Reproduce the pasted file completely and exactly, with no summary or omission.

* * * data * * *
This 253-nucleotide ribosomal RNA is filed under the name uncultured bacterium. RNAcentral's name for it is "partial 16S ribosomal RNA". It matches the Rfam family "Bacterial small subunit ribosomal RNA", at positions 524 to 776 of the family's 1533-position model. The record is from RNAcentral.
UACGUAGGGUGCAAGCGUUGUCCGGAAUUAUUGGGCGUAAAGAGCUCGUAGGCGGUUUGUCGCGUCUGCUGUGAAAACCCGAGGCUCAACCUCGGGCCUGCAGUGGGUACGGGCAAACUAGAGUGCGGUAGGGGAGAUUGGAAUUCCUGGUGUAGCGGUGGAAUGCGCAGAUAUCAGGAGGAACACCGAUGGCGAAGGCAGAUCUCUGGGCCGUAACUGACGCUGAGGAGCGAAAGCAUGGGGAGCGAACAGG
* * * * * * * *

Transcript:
This 253-nucleotide ribosomal RNA is filed under the name uncultured bacterium. RNAcentral's name for it is "partial 16S ribosomal RNA". It matches the Rfam family "Bacterial small subunit ribosomal RNA", at positions 524 to 776 of the family's 1533-position model. The record is from RNAcentral.
UACGUAGGGUGCAAGCGUUGUCCGGAAUUAUUGGGCGUAAAGAGCUCGUAGGCGGUUUGUCGCGUCUGCUGUGAAAACCCGAGGCUCAACCUCGGGCCUGCAGUGGGUACGGGCAAACUAGAGUGCGGUAGGGGAGAUUGGAAUUCCUGGUGUAGCGGUGGAAUGCGCAGAUAUCAGGAGGAACACCGAUGGCGAAGGCAGAUCUCUGGGCCGUAACUGACGCUGAGGAGCGAAAGCAUGGGGAGCGAACAGG